But this is irrational. I shouldn’t avoid it, if it is the correct word to use. After all, substituting it for words like understanding, knowledge or evidence might be correct in some instances, but not all.

Does it really matter? After all, isn’t a word just a word? As someone once said, “What’s in a name? That which we call a rose by any other name would smell as sweet“.

But he’s talking complete rubbish. Because words do matter. They cloud our perceptions. It is why brands, and brand names, are so important. And why blind taste tests give different results to those that are open.

In fact, this emotional bond we have with words has undoubtedly contributed to my disdain. And this should stop. So I vow to start reusing the word insight, when it is appropriate.

But when is it appropriate? I’ve already said that an insight is hidden and complex, but then so is Thomas Pynchon and he is not an insight.

In the book Creating Market Insight by Drs Brian Smith and Paul Raspin, an insight is described as a form of knowledge. Knowledge itself is distinct from information and data

  • Data is something that has no meaning
  • Information is data with meaning and description, and gives data its context
  • Knowledge is organised and structured, and draws upon multiple pieces of information

In some respects it is similar to the DIKW model that Neil Perkin recently talked about, with insight replacing wisdom.

However, in this model – which was created in reference to marketing strategy – an insight is a form of knowledge that conforms to the VRIO framework.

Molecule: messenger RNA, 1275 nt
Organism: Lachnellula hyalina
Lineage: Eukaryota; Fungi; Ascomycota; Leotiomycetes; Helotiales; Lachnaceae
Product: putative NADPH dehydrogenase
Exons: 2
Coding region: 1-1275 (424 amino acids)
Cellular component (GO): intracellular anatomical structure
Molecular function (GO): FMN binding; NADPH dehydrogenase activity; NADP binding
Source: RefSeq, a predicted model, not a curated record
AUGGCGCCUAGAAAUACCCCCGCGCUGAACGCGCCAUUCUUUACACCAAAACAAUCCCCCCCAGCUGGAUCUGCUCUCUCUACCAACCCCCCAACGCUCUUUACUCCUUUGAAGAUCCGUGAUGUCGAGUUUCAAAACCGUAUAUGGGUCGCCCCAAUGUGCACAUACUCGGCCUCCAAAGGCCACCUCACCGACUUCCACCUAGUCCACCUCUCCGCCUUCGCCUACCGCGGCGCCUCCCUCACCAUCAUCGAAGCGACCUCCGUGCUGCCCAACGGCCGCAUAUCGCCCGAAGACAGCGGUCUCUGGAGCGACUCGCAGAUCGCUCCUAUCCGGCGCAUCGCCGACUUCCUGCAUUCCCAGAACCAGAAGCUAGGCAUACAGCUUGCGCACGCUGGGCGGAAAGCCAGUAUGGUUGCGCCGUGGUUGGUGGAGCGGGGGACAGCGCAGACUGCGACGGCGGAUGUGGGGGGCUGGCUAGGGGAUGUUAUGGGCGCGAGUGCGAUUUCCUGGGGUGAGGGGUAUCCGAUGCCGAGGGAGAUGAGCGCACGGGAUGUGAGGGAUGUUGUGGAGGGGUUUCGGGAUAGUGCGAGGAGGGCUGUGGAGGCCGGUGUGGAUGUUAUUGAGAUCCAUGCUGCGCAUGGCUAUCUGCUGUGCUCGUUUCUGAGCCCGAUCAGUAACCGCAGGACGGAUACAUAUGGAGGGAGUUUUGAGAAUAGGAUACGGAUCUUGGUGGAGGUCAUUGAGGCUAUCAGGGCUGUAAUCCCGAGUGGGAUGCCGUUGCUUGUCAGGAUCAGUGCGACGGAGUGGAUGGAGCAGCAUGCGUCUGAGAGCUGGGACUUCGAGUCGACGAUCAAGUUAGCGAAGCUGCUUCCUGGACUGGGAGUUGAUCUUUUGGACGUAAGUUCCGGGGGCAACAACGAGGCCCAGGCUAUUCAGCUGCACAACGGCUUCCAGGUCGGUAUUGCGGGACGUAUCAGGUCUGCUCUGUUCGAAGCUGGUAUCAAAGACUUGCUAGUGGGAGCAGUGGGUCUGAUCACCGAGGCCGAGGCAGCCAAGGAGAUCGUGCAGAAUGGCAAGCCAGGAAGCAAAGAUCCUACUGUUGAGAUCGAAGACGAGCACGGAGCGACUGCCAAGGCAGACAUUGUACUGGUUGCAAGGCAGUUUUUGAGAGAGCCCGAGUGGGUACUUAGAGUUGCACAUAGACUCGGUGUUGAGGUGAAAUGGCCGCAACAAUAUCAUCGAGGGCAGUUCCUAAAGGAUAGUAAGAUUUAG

• Valuable – it informs or  enables actions that are valued. It is in relation to change rather than maintenance
  • Rare – it is not shared, or cannot be used, by competitors
  • Inimitable – where knowledge cannot be copied profitably within one planning cycle
  • Organisationally aligned – it can be acted upon within a reasonable amount of change

This form of knowledge operates across three dimensions. It can be

  • Narrow or broad
  • Continuous or discontinuous
  • Transient or lasting

How often do these factors apply to supposed insights? Are these amazing discoveries really rare and inimitable, and can they really create value with minimal need for change? Perhaps, but often not.

And Insight departments are either amazingly talented at uncovering these unique pieces of wisdom, or they are overselling their function somewhat.

When I’m analysing a piece of privately commissioned work, a finding could be considered rare and possibly inimitable (though it could be easily discovered independently, since we don’t use black box “magic formula” methodologies). But while it is hopefully interesting, it won’t always be valuable and actionable.

But if it is, I shall call it an insight.

sk

Image credit: http://www.flickr.com/photos/sea-turtle/2556613938/